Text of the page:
Kittens and puppies are both adorable animal companions, however, if you would like to raise both of them together, you have to take some factors into consideration. Our Mankato vets share them with you here.
Puppies and kittens are both adorable pets, so it's understandable why you may think it could be cute to raise one of each together in the same home. However, while there is a chance that this can be true, raising a puppy and kitten together isn't always that easy.
While puppies and kittens can sometimes form a fast friendship and keep each other company, there can be some growing pains. However tragic, there is still the possibility that a grown dog can mistake your cat for its prey.
Below we have shared some ways you can help your puppy and kitten live a wonderful and happy life together.
The Best Type of Dogs to Raise With a Cat
While there are a number of practices you can implement when introducing your two young pets to one another, one of the best things you can do to set your puppy and kitten up for success takes place before you adopt your puppy.
The breed and temperament of your puppy, more than your kitten's, will be what determines how successful you are at raising both of them together in the long term. All dogs have an instinctual drive to hunt, as a matter of fact, a lot of their play involves simulating some aspect of hunting, like chasing down a ball (small animals) to tugging on a rope (dividing up a catch). Even squeakers in certain toys are exciting to your puppy because they simulate the sounds of dying prey (yikes!).
This hunting instinct, or "prey drive," is a lot stronger in some dog breeds than others. And the prey drive is where you might encounter problems with your dog's behavior from the very beginning. As your dog grows to become larger than your cat, even if they have been getting along well, if your puppy's breed has a highly-tuned hunting instinct, these instincts may take over and make your dog seriously chase your cat as their prey.
Dogs like Beagles, Huskies, Cattle Dogs, Dobermans, Shiba Inus, and Malamutes all have very high prey drives and, if your puppy is one or a combination of these breeds, you will probably have to be very watchful of their prey drive when rising them with a kitten.
Raising a Puppy & Kitten Together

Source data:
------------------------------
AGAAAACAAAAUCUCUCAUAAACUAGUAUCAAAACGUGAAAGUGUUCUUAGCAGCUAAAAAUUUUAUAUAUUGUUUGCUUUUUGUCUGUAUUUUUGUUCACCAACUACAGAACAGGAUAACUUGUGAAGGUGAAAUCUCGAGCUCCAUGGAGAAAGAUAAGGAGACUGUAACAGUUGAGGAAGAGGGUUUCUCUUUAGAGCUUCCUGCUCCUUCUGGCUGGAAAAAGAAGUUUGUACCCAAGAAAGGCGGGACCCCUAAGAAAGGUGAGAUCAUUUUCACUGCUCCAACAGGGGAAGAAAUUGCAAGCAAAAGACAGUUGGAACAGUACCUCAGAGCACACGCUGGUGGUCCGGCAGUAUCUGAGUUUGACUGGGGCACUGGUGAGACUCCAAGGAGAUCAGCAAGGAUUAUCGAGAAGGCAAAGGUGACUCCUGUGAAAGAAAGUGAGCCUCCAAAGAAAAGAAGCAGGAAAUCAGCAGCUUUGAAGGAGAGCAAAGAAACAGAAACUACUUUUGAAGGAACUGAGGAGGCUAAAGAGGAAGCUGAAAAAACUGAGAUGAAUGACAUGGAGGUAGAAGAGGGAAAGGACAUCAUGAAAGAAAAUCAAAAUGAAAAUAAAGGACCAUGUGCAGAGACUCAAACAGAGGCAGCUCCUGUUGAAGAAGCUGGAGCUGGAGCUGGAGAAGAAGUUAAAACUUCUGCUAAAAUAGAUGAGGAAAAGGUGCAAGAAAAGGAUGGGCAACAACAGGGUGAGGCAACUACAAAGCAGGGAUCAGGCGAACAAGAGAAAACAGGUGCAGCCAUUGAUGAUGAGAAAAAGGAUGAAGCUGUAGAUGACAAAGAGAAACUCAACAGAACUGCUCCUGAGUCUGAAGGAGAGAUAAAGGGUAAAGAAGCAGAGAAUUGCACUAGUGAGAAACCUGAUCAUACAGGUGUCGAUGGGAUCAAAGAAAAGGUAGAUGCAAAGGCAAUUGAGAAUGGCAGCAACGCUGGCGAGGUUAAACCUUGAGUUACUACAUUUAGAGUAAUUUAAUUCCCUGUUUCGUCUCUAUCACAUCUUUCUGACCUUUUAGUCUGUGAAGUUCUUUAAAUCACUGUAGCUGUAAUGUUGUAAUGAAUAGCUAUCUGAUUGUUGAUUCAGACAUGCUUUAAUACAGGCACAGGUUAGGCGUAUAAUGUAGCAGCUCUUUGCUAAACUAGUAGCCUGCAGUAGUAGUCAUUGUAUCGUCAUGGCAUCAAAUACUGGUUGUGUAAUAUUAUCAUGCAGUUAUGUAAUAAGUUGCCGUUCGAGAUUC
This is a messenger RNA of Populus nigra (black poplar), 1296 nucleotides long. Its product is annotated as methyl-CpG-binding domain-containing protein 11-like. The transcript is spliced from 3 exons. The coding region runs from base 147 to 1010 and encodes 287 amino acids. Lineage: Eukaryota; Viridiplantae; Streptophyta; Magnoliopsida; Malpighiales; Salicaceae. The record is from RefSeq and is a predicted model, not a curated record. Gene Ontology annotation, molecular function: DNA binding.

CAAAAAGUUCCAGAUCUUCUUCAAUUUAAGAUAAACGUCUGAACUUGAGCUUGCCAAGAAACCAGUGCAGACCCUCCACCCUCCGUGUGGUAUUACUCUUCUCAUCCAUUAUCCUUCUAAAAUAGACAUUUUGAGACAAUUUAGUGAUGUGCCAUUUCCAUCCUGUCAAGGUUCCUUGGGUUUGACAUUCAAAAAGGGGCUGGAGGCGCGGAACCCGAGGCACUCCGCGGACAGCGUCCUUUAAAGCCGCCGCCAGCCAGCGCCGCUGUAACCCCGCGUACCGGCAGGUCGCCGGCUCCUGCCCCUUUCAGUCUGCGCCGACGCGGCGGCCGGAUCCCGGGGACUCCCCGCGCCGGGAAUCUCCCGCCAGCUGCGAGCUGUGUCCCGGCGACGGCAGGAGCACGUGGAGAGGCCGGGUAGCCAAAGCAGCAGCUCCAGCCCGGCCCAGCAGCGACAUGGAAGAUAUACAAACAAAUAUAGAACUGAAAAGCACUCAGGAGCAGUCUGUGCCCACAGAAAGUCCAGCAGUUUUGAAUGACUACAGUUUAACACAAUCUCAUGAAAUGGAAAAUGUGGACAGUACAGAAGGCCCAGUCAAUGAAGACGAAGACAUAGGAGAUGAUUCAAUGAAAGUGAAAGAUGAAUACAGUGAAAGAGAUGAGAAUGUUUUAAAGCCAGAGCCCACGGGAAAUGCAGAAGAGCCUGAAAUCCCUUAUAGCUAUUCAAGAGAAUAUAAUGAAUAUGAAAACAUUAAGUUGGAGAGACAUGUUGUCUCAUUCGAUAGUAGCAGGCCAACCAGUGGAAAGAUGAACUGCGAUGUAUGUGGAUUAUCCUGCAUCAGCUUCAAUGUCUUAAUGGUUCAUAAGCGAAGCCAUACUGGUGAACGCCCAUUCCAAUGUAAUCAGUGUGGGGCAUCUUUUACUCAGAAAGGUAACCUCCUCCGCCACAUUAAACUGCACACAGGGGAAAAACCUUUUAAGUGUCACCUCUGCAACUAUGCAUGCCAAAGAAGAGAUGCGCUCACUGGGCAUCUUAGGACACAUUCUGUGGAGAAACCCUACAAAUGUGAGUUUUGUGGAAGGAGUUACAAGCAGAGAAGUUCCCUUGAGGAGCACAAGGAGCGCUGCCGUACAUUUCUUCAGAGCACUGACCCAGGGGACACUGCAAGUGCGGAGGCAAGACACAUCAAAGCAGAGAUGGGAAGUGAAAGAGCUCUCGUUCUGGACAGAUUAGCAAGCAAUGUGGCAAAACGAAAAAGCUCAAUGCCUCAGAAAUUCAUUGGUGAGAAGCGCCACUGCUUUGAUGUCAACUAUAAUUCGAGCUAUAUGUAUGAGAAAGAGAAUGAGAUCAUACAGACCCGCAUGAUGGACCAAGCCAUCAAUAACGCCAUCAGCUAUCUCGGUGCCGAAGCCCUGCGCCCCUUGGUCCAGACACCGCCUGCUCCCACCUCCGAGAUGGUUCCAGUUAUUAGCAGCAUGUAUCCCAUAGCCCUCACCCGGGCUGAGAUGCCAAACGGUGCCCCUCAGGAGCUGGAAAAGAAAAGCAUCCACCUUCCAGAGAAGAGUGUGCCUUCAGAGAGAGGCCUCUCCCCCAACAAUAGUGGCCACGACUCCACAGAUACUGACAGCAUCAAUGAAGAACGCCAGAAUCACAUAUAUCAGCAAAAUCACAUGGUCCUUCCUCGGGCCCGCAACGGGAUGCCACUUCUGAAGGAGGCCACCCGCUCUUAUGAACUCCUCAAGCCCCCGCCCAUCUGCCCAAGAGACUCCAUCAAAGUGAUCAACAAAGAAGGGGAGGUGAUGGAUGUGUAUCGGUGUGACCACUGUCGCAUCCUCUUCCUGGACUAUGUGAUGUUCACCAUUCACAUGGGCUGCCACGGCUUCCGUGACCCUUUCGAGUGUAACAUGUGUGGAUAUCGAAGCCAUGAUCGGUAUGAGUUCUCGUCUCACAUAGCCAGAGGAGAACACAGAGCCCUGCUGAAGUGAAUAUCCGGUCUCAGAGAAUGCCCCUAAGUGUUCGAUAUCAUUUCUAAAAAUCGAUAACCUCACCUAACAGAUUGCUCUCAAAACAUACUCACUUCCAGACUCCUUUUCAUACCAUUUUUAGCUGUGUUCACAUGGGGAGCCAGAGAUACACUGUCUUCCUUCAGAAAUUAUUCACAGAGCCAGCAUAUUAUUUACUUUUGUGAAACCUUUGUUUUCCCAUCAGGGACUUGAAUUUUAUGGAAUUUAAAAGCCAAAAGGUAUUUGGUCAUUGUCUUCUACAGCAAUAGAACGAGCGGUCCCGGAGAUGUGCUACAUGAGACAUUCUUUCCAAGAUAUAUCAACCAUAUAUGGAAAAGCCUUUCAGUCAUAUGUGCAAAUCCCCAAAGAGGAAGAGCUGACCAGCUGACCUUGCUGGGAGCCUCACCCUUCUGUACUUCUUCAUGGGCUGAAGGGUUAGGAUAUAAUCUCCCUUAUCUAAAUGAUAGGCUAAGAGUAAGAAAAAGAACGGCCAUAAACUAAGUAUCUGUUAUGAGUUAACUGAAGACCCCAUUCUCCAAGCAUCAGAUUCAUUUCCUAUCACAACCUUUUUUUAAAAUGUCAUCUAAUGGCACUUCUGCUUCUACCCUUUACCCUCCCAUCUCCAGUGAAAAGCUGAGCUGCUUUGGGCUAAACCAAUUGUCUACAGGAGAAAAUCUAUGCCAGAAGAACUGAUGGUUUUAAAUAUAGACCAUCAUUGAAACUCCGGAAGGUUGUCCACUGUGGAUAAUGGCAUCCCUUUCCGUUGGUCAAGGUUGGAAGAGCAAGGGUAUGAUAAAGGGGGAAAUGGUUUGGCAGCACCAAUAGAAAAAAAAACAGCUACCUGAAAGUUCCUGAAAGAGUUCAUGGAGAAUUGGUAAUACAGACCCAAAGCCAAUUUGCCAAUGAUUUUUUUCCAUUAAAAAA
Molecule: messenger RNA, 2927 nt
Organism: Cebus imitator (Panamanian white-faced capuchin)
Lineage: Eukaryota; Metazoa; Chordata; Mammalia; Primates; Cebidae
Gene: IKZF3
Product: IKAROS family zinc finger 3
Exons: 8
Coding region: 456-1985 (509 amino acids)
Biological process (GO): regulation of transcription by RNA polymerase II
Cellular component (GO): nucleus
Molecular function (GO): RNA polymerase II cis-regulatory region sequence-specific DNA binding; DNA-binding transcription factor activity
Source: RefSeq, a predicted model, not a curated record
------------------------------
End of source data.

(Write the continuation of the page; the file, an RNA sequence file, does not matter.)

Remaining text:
Looking past the breed of dog you adopt, if you plan on raising a kitten and a puppy together there are various strategies you can implement when introducing the two pets, to make sure you are preparing them for a successful, lifelong relationship.
Introduce Them Slowly
Introducing a kitten and a puppy in the early stages of their lives could be a great way to get them accustomed to one another, but the way you introduce them is very important.
The first time you introduce your kitten and puppy to each other, make sure each of them can see the other, but provide them with their own individual space. We recommend doing this by setting them up in connected rooms but having a baby gate separate them.
When introducing your two pets this way, you should expect some excitement. Don't be surprised or worried if your kitten hisses and spits at your dog, they are just asserting their boundaries to a new, and maybe scary, creature. The goal from these first few introductions is positive reactions, or even just apathy. If your puppy and kitten are happy to do their own thing while in eyesight of one another, that's a great sign that they will be able to safely and comfortably live together.
Designate Time To Training Your Puppy
It's always important to implement obedience when you are raising a puppy, especially if you will also be raising them with a kitten.
Be sure to teach your dog commands such as Leave It, Stay, Stop, and Sit. If your pup is becoming too physical with your kitten, getting too excited near them, or is starting to chase or stock them, these commands could be imperative for teaching your puppy what they can and can't do when it comes to your kitty.
How to Manage the Time Your Pets Spend Together
Lastly, when raising a puppy and kitten together as part of the same household, you need to closely monitor and manage the time they spend in each other's company. Evaluate the situation as you watch the development of your dog and cat's relationship, depending on each of their temperaments you may want to try implementing one or a combination of these measures:
- Set up safe areas of your home where each pet can go if they want to be alone. This may include teaching both of them to stay out of the other's space, getting your puppy a crate, or setting aside the upstairs or basement for one pet or the other.
- Don't leave your dog and cat in the house alone together. To prevent confrontations when you aren't home, put your puppy in their crate or keep them in a part of your home that's kept separate from the kitten.
- Avoid having your puppy and kitten eat in the same place or at the same time. Dogs can be extremely protective of their food and could get confrontational with your kitten, even if your kitty was just sniffing the interesting food their sibling is eating.